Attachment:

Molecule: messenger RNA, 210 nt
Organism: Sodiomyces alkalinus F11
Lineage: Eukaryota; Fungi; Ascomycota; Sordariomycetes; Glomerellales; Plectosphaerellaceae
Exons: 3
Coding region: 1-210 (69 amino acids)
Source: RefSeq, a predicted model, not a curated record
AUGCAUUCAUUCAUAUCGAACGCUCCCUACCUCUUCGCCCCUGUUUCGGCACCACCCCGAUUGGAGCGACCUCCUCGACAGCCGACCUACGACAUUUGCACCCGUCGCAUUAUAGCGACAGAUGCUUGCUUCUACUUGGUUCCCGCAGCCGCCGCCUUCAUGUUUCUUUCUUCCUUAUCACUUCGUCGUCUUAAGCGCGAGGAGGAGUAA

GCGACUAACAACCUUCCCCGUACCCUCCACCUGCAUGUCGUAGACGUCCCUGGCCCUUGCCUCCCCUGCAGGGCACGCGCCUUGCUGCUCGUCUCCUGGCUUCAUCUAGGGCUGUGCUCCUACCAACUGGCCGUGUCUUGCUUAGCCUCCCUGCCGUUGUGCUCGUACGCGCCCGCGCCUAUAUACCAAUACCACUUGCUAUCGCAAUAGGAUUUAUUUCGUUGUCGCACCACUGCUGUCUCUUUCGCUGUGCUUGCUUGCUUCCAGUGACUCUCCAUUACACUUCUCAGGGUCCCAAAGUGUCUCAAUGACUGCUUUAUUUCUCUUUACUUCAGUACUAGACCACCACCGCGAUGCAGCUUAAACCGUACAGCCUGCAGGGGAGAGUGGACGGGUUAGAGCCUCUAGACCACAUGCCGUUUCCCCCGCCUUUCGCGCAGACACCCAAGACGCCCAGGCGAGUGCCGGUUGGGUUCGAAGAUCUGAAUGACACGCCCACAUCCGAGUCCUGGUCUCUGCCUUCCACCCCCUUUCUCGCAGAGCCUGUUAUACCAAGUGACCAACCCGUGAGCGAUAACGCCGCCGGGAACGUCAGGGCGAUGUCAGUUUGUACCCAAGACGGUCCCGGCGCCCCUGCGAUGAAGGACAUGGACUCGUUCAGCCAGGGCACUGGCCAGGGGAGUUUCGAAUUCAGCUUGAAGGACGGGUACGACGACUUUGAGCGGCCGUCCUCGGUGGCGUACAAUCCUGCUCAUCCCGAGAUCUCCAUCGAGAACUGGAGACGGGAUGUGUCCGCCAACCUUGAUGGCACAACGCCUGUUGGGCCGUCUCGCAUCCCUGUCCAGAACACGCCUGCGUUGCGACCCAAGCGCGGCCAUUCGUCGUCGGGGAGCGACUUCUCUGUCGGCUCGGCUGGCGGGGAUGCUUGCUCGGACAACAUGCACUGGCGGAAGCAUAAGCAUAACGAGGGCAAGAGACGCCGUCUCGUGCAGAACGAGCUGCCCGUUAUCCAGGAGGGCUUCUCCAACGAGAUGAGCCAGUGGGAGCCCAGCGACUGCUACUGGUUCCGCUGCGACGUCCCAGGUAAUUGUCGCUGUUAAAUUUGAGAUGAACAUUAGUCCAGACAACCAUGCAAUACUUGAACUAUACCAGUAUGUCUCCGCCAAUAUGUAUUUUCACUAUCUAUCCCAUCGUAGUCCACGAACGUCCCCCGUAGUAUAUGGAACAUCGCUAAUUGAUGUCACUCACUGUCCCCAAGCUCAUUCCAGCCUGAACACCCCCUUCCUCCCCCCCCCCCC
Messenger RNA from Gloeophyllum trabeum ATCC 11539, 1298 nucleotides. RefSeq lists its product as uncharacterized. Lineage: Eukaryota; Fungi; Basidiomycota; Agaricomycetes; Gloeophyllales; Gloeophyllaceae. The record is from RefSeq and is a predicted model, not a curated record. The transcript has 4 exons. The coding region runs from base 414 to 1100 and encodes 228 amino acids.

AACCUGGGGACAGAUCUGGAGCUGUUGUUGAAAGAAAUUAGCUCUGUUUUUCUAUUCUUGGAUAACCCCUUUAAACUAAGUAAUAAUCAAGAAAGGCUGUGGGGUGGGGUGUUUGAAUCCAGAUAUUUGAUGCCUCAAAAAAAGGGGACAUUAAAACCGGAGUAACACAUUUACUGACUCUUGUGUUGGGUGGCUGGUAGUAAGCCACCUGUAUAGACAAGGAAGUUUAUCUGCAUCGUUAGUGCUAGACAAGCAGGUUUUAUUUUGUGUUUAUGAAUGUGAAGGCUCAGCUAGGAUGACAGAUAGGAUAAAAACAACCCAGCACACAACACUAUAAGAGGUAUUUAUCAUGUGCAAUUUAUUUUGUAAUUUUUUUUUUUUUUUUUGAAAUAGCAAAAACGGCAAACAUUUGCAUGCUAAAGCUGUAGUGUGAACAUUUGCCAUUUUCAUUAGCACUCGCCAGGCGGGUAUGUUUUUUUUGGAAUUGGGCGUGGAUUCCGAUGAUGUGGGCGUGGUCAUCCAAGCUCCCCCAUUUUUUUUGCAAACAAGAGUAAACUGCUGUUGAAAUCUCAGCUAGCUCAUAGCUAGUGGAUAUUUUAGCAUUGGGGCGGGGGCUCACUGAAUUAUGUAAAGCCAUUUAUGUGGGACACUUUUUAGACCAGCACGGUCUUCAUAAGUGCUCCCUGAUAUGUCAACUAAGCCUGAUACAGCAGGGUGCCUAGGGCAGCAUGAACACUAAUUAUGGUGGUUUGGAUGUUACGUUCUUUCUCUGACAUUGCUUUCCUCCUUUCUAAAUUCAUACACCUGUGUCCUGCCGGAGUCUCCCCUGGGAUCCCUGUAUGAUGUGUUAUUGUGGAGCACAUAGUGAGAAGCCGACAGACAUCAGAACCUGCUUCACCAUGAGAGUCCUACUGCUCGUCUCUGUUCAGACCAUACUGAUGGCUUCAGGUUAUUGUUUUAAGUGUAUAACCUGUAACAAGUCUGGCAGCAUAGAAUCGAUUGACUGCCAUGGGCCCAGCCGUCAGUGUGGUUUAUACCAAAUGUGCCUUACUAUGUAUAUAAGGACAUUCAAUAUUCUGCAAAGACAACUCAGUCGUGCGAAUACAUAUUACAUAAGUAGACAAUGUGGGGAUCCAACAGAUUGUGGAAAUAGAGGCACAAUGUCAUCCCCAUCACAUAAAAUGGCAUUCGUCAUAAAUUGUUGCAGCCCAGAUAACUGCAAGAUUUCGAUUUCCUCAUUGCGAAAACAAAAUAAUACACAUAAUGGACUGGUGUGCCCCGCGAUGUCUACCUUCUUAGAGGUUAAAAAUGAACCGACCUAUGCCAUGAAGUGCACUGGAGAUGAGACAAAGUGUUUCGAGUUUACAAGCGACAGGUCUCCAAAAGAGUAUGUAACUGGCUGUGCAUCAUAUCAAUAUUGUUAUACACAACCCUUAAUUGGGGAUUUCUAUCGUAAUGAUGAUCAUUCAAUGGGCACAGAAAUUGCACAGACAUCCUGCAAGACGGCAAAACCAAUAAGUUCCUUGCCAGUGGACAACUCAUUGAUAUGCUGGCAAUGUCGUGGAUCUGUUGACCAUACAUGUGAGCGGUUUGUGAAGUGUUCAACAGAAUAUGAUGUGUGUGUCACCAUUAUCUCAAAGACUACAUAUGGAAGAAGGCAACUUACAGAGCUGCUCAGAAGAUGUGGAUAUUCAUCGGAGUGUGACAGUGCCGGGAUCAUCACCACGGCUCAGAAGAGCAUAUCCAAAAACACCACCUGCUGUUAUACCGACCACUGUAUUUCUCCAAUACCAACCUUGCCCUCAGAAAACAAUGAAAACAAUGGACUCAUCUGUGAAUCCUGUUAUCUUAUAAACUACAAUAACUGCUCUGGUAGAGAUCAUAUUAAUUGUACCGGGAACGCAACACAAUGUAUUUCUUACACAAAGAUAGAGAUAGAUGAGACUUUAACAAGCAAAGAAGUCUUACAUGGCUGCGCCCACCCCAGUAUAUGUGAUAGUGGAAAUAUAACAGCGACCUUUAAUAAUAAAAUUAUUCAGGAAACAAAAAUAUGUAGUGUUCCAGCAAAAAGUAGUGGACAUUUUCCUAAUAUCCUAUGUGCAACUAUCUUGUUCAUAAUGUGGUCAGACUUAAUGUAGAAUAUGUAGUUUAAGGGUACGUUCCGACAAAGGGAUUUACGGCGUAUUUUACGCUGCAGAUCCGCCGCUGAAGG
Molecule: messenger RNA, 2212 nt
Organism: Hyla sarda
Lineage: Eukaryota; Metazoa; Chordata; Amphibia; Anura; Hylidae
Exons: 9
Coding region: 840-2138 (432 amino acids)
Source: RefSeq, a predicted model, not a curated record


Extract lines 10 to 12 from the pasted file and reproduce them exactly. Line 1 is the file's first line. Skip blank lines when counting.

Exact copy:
AACCUGGGGACAGAUCUGGAGCUGUUGUUGAAAGAAAUUAGCUCUGUUUUUCUAUUCUUGGAUAACCCCUUUAAACUAAGUAAUAAUCAAGAAAGGCUGUGGGGUGGGGUGUUUGAAUCCAGAUAUUUGAUGCCUCAAAAAAAGGGGACAUUAAAACCGGAGUAACACAUUUACUGACUCUUGUGUUGGGUGGCUGGUAGUAAGCCACCUGUAUAGACAAGGAAGUUUAUCUGCAUCGUUAGUGCUAGACAAGCAGGUUUUAUUUUGUGUUUAUGAAUGUGAAGGCUCAGCUAGGAUGACAGAUAGGAUAAAAACAACCCAGCACACAACACUAUAAGAGGUAUUUAUCAUGUGCAAUUUAUUUUGUAAUUUUUUUUUUUUUUUUUGAAAUAGCAAAAACGGCAAACAUUUGCAUGCUAAAGCUGUAGUGUGAACAUUUGCCAUUUUCAUUAGCACUCGCCAGGCGGGUAUGUUUUUUUUGGAAUUGGGCGUGGAUUCCGAUGAUGUGGGCGUGGUCAUCCAAGCUCCCCCAUUUUUUUUGCAAACAAGAGUAAACUGCUGUUGAAAUCUCAGCUAGCUCAUAGCUAGUGGAUAUUUUAGCAUUGGGGCGGGGGCUCACUGAAUUAUGUAAAGCCAUUUAUGUGGGACACUUUUUAGACCAGCACGGUCUUCAUAAGUGCUCCCUGAUAUGUCAACUAAGCCUGAUACAGCAGGGUGCCUAGGGCAGCAUGAACACUAAUUAUGGUGGUUUGGAUGUUACGUUCUUUCUCUGACAUUGCUUUCCUCCUUUCUAAAUUCAUACACCUGUGUCCUGCCGGAGUCUCCCCUGGGAUCCCUGUAUGAUGUGUUAUUGUGGAGCACAUAGUGAGAAGCCGACAGACAUCAGAACCUGCUUCACCAUGAGAGUCCUACUGCUCGUCUCUGUUCAGACCAUACUGAUGGCUUCAGGUUAUUGUUUUAAGUGUAUAACCUGUAACAAGUCUGGCAGCAUAGAAUCGAUUGACUGCCAUGGGCCCAGCCGUCAGUGUGGUUUAUACCAAAUGUGCCUUACUAUGUAUAUAAGGACAUUCAAUAUUCUGCAAAGACAACUCAGUCGUGCGAAUACAUAUUACAUAAGUAGACAAUGUGGGGAUCCAACAGAUUGUGGAAAUAGAGGCACAAUGUCAUCCCCAUCACAUAAAAUGGCAUUCGUCAUAAAUUGUUGCAGCCCAGAUAACUGCAAGAUUUCGAUUUCCUCAUUGCGAAAACAAAAUAAUACACAUAAUGGACUGGUGUGCCCCGCGAUGUCUACCUUCUUAGAGGUUAAAAAUGAACCGACCUAUGCCAUGAAGUGCACUGGAGAUGAGACAAAGUGUUUCGAGUUUACAAGCGACAGGUCUCCAAAAGAGUAUGUAACUGGCUGUGCAUCAUAUCAAUAUUGUUAUACACAACCCUUAAUUGGGGAUUUCUAUCGUAAUGAUGAUCAUUCAAUGGGCACAGAAAUUGCACAGACAUCCUGCAAGACGGCAAAACCAAUAAGUUCCUUGCCAGUGGACAACUCAUUGAUAUGCUGGCAAUGUCGUGGAUCUGUUGACCAUACAUGUGAGCGGUUUGUGAAGUGUUCAACAGAAUAUGAUGUGUGUGUCACCAUUAUCUCAAAGACUACAUAUGGAAGAAGGCAACUUACAGAGCUGCUCAGAAGAUGUGGAUAUUCAUCGGAGUGUGACAGUGCCGGGAUCAUCACCACGGCUCAGAAGAGCAUAUCCAAAAACACCACCUGCUGUUAUACCGACCACUGUAUUUCUCCAAUACCAACCUUGCCCUCAGAAAACAAUGAAAACAAUGGACUCAUCUGUGAAUCCUGUUAUCUUAUAAACUACAAUAACUGCUCUGGUAGAGAUCAUAUUAAUUGUACCGGGAACGCAACACAAUGUAUUUCUUACACAAAGAUAGAGAUAGAUGAGACUUUAACAAGCAAAGAAGUCUUACAUGGCUGCGCCCACCCCAGUAUAUGUGAUAGUGGAAAUAUAACAGCGACCUUUAAUAAUAAAAUUAUUCAGGAAACAAAAAUAUGUAGUGUUCCAGCAAAAAGUAGUGGACAUUUUCCUAAUAUCCUAUGUGCAACUAUCUUGUUCAUAAUGUGGUCAGACUUAAUGUAGAAUAUGUAGUUUAAGGGUACGUUCCGACAAAGGGAUUUACGGCGUAUUUUACGCUGCAGAUCCGCCGCUGAAGG
Molecule: messenger RNA, 2212 nt
Organism: Hyla sarda